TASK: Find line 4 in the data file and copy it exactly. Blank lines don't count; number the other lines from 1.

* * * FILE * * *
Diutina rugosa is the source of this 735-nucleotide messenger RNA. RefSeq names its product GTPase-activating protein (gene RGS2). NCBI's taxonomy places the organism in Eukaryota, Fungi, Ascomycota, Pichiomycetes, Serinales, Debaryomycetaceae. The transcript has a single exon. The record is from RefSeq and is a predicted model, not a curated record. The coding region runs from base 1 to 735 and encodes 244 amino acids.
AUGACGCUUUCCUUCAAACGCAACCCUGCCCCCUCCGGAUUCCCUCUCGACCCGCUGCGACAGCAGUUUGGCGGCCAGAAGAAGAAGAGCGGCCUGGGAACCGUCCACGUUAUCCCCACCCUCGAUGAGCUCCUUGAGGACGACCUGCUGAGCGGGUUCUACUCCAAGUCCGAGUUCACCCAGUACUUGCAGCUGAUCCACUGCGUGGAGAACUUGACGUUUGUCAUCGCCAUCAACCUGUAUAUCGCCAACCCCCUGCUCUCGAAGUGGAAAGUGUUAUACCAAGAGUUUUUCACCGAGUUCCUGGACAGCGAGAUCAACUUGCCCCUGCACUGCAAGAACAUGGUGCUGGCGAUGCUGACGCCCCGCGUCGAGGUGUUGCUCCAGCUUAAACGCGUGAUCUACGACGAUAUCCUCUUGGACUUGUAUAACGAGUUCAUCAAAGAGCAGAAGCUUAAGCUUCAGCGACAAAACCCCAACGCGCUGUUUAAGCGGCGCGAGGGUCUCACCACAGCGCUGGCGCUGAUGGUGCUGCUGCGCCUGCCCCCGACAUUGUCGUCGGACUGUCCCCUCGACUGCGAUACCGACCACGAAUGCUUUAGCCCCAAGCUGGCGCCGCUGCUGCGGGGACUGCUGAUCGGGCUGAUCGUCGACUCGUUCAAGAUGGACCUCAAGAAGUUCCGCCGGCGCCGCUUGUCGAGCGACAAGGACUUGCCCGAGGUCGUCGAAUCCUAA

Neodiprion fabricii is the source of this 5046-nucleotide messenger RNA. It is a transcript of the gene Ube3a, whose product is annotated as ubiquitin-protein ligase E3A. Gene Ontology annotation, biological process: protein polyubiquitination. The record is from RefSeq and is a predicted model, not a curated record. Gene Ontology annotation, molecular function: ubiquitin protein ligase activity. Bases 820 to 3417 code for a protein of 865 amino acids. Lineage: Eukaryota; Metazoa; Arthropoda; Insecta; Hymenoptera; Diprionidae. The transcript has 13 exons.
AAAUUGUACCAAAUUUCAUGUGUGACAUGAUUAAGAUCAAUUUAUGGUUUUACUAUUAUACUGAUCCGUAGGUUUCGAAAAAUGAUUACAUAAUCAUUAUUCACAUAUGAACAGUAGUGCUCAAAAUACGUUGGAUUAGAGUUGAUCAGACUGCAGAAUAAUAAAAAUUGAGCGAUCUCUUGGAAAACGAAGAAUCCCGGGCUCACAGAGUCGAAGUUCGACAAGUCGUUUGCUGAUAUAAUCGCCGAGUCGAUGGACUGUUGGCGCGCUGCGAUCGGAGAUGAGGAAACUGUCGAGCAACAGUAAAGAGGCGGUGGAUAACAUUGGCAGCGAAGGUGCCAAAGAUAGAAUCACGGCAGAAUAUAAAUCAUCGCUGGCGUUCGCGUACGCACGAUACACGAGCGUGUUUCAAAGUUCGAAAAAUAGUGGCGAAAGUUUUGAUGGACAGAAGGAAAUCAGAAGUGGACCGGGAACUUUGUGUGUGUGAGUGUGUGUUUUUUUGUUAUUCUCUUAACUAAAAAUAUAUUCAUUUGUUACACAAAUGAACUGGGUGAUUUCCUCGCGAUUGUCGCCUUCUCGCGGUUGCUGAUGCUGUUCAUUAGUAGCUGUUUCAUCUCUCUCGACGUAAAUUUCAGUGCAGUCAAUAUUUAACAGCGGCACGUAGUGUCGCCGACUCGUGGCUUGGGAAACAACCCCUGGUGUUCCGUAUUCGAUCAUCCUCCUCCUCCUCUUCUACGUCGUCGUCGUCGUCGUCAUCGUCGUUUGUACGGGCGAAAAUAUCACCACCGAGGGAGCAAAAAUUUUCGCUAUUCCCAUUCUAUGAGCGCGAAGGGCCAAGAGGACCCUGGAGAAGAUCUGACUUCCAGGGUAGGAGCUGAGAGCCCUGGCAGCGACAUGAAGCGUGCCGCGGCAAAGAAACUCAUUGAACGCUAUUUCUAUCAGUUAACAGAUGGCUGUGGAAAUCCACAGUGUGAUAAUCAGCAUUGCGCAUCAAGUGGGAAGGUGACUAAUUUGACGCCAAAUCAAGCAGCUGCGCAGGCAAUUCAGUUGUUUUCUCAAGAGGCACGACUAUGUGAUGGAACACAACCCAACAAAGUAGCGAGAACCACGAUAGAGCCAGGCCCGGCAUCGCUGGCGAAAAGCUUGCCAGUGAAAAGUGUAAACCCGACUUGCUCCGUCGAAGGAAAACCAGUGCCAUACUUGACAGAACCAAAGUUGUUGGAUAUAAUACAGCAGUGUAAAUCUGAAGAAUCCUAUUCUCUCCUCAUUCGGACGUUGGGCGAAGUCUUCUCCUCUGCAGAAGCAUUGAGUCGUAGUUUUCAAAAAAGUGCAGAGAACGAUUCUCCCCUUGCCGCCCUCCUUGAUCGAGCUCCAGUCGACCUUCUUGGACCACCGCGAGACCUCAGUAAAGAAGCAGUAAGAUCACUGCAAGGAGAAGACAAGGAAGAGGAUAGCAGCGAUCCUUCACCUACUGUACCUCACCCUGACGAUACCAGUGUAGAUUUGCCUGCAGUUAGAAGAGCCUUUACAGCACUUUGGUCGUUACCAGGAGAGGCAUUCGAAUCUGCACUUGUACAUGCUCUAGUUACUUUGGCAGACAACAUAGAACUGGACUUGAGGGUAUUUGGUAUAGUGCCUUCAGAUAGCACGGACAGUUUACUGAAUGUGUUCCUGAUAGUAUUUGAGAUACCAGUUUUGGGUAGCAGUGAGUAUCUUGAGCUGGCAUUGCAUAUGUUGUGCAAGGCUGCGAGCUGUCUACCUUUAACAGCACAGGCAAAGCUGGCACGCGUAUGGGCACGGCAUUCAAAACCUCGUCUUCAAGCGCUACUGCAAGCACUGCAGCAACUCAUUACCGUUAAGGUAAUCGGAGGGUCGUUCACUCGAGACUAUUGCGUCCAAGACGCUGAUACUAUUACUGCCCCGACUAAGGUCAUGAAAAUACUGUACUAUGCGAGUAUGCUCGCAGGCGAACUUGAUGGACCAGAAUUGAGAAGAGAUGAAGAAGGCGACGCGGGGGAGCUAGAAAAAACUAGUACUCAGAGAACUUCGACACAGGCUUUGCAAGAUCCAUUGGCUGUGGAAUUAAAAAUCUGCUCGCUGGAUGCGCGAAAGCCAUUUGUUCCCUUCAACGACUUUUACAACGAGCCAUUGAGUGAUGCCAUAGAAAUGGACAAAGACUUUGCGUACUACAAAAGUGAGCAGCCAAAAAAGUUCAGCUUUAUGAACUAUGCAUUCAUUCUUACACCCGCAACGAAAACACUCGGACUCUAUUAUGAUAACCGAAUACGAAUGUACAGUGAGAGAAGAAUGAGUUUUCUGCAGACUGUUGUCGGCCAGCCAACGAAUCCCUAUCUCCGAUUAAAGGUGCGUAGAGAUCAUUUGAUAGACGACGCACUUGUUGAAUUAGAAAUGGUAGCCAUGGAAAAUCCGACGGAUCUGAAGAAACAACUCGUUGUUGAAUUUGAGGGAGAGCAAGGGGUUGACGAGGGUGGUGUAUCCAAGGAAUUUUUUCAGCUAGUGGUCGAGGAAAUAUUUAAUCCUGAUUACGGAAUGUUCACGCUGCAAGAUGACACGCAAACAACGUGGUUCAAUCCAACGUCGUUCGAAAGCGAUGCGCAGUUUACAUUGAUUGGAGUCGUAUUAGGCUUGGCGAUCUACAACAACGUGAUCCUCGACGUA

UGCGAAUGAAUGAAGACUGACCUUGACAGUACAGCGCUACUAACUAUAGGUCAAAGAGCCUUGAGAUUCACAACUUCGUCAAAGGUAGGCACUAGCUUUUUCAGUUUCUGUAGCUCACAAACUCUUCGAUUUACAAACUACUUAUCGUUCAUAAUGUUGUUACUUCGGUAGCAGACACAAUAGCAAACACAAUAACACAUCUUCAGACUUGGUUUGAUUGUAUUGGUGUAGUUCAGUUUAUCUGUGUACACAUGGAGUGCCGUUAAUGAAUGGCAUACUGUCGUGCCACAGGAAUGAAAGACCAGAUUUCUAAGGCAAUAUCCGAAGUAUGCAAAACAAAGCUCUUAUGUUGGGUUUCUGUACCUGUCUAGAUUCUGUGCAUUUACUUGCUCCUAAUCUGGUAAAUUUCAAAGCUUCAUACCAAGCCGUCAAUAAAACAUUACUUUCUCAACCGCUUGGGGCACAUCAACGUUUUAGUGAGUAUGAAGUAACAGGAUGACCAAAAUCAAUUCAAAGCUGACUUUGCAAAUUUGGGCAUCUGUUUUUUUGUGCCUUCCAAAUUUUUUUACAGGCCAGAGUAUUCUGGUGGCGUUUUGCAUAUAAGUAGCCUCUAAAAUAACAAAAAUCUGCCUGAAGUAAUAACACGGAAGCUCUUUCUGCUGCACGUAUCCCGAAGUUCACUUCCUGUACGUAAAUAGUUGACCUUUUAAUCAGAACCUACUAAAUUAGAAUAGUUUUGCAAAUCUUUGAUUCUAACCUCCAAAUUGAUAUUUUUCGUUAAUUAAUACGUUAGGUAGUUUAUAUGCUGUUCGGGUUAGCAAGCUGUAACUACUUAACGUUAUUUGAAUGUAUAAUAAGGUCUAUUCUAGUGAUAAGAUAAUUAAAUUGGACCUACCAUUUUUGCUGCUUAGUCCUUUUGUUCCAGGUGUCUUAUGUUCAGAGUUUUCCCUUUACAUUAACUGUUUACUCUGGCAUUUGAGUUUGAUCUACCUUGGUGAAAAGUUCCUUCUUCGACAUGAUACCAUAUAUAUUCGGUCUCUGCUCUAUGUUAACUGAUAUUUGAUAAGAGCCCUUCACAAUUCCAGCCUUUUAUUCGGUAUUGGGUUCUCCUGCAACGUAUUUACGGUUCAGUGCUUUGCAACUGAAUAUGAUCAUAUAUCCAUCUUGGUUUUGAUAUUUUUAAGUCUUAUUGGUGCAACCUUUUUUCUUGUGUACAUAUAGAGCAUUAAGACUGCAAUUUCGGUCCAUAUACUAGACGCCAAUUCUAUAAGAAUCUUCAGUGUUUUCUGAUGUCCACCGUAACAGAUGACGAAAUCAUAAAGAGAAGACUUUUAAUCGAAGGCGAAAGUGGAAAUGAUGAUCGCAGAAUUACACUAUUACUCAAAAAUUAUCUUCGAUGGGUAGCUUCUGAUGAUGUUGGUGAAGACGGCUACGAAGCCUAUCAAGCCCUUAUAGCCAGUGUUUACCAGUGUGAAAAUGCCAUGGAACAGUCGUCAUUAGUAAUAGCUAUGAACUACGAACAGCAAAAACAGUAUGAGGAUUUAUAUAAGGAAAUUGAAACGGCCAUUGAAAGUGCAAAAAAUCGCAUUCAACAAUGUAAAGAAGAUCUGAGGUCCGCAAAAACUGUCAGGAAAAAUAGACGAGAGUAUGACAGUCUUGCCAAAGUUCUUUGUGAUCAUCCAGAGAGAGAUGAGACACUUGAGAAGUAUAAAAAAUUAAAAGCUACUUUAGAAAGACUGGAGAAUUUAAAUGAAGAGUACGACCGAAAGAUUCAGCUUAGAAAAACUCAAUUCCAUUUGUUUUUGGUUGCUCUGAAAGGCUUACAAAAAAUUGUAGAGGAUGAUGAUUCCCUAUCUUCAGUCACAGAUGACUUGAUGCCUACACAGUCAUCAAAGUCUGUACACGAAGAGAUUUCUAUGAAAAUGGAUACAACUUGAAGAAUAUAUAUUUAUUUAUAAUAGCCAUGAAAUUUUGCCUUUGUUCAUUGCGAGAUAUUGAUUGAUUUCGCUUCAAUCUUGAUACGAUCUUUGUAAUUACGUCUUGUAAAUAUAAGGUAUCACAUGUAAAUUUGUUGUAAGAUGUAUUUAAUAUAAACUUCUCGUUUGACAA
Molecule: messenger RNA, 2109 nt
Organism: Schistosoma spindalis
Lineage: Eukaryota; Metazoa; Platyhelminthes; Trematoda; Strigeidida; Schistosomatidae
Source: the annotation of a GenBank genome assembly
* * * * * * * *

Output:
AAAUUGUACCAAAUUUCAUGUGUGACAUGAUUAAGAUCAAUUUAUGGUUUUACUAUUAUACUGAUCCGUAGGUUUCGAAAAAUGAUUACAUAAUCAUUAUUCACAUAUGAACAGUAGUGCUCAAAAUACGUUGGAUUAGAGUUGAUCAGACUGCAGAAUAAUAAAAAUUGAGCGAUCUCUUGGAAAACGAAGAAUCCCGGGCUCACAGAGUCGAAGUUCGACAAGUCGUUUGCUGAUAUAAUCGCCGAGUCGAUGGACUGUUGGCGCGCUGCGAUCGGAGAUGAGGAAACUGUCGAGCAACAGUAAAGAGGCGGUGGAUAACAUUGGCAGCGAAGGUGCCAAAGAUAGAAUCACGGCAGAAUAUAAAUCAUCGCUGGCGUUCGCGUACGCACGAUACACGAGCGUGUUUCAAAGUUCGAAAAAUAGUGGCGAAAGUUUUGAUGGACAGAAGGAAAUCAGAAGUGGACCGGGAACUUUGUGUGUGUGAGUGUGUGUUUUUUUGUUAUUCUCUUAACUAAAAAUAUAUUCAUUUGUUACACAAAUGAACUGGGUGAUUUCCUCGCGAUUGUCGCCUUCUCGCGGUUGCUGAUGCUGUUCAUUAGUAGCUGUUUCAUCUCUCUCGACGUAAAUUUCAGUGCAGUCAAUAUUUAACAGCGGCACGUAGUGUCGCCGACUCGUGGCUUGGGAAACAACCCCUGGUGUUCCGUAUUCGAUCAUCCUCCUCCUCCUCUUCUACGUCGUCGUCGUCGUCGUCAUCGUCGUUUGUACGGGCGAAAAUAUCACCACCGAGGGAGCAAAAAUUUUCGCUAUUCCCAUUCUAUGAGCGCGAAGGGCCAAGAGGACCCUGGAGAAGAUCUGACUUCCAGGGUAGGAGCUGAGAGCCCUGGCAGCGACAUGAAGCGUGCCGCGGCAAAGAAACUCAUUGAACGCUAUUUCUAUCAGUUAACAGAUGGCUGUGGAAAUCCACAGUGUGAUAAUCAGCAUUGCGCAUCAAGUGGGAAGGUGACUAAUUUGACGCCAAAUCAAGCAGCUGCGCAGGCAAUUCAGUUGUUUUCUCAAGAGGCACGACUAUGUGAUGGAACACAACCCAACAAAGUAGCGAGAACCACGAUAGAGCCAGGCCCGGCAUCGCUGGCGAAAAGCUUGCCAGUGAAAAGUGUAAACCCGACUUGCUCCGUCGAAGGAAAACCAGUGCCAUACUUGACAGAACCAAAGUUGUUGGAUAUAAUACAGCAGUGUAAAUCUGAAGAAUCCUAUUCUCUCCUCAUUCGGACGUUGGGCGAAGUCUUCUCCUCUGCAGAAGCAUUGAGUCGUAGUUUUCAAAAAAGUGCAGAGAACGAUUCUCCCCUUGCCGCCCUCCUUGAUCGAGCUCCAGUCGACCUUCUUGGACCACCGCGAGACCUCAGUAAAGAAGCAGUAAGAUCACUGCAAGGAGAAGACAAGGAAGAGGAUAGCAGCGAUCCUUCACCUACUGUACCUCACCCUGACGAUACCAGUGUAGAUUUGCCUGCAGUUAGAAGAGCCUUUACAGCACUUUGGUCGUUACCAGGAGAGGCAUUCGAAUCUGCACUUGUACAUGCUCUAGUUACUUUGGCAGACAACAUAGAACUGGACUUGAGGGUAUUUGGUAUAGUGCCUUCAGAUAGCACGGACAGUUUACUGAAUGUGUUCCUGAUAGUAUUUGAGAUACCAGUUUUGGGUAGCAGUGAGUAUCUUGAGCUGGCAUUGCAUAUGUUGUGCAAGGCUGCGAGCUGUCUACCUUUAACAGCACAGGCAAAGCUGGCACGCGUAUGGGCACGGCAUUCAAAACCUCGUCUUCAAGCGCUACUGCAAGCACUGCAGCAACUCAUUACCGUUAAGGUAAUCGGAGGGUCGUUCACUCGAGACUAUUGCGUCCAAGACGCUGAUACUAUUACUGCCCCGACUAAGGUCAUGAAAAUACUGUACUAUGCGAGUAUGCUCGCAGGCGAACUUGAUGGACCAGAAUUGAGAAGAGAUGAAGAAGGCGACGCGGGGGAGCUAGAAAAAACUAGUACUCAGAGAACUUCGACACAGGCUUUGCAAGAUCCAUUGGCUGUGGAAUUAAAAAUCUGCUCGCUGGAUGCGCGAAAGCCAUUUGUUCCCUUCAACGACUUUUACAACGAGCCAUUGAGUGAUGCCAUAGAAAUGGACAAAGACUUUGCGUACUACAAAAGUGAGCAGCCAAAAAAGUUCAGCUUUAUGAACUAUGCAUUCAUUCUUACACCCGCAACGAAAACACUCGGACUCUAUUAUGAUAACCGAAUACGAAUGUACAGUGAGAGAAGAAUGAGUUUUCUGCAGACUGUUGUCGGCCAGCCAACGAAUCCCUAUCUCCGAUUAAAGGUGCGUAGAGAUCAUUUGAUAGACGACGCACUUGUUGAAUUAGAAAUGGUAGCCAUGGAAAAUCCGACGGAUCUGAAGAAACAACUCGUUGUUGAAUUUGAGGGAGAGCAAGGGGUUGACGAGGGUGGUGUAUCCAAGGAAUUUUUUCAGCUAGUGGUCGAGGAAAUAUUUAAUCCUGAUUACGGAAUGUUCACGCUGCAAGAUGACACGCAAACAACGUGGUUCAAUCCAACGUCGUUCGAAAGCGAUGCGCAGUUUACAUUGAUUGGAGUCGUAUUAGGCUUGGCGAUCUACAACAACGUGAUCCUCGACGUA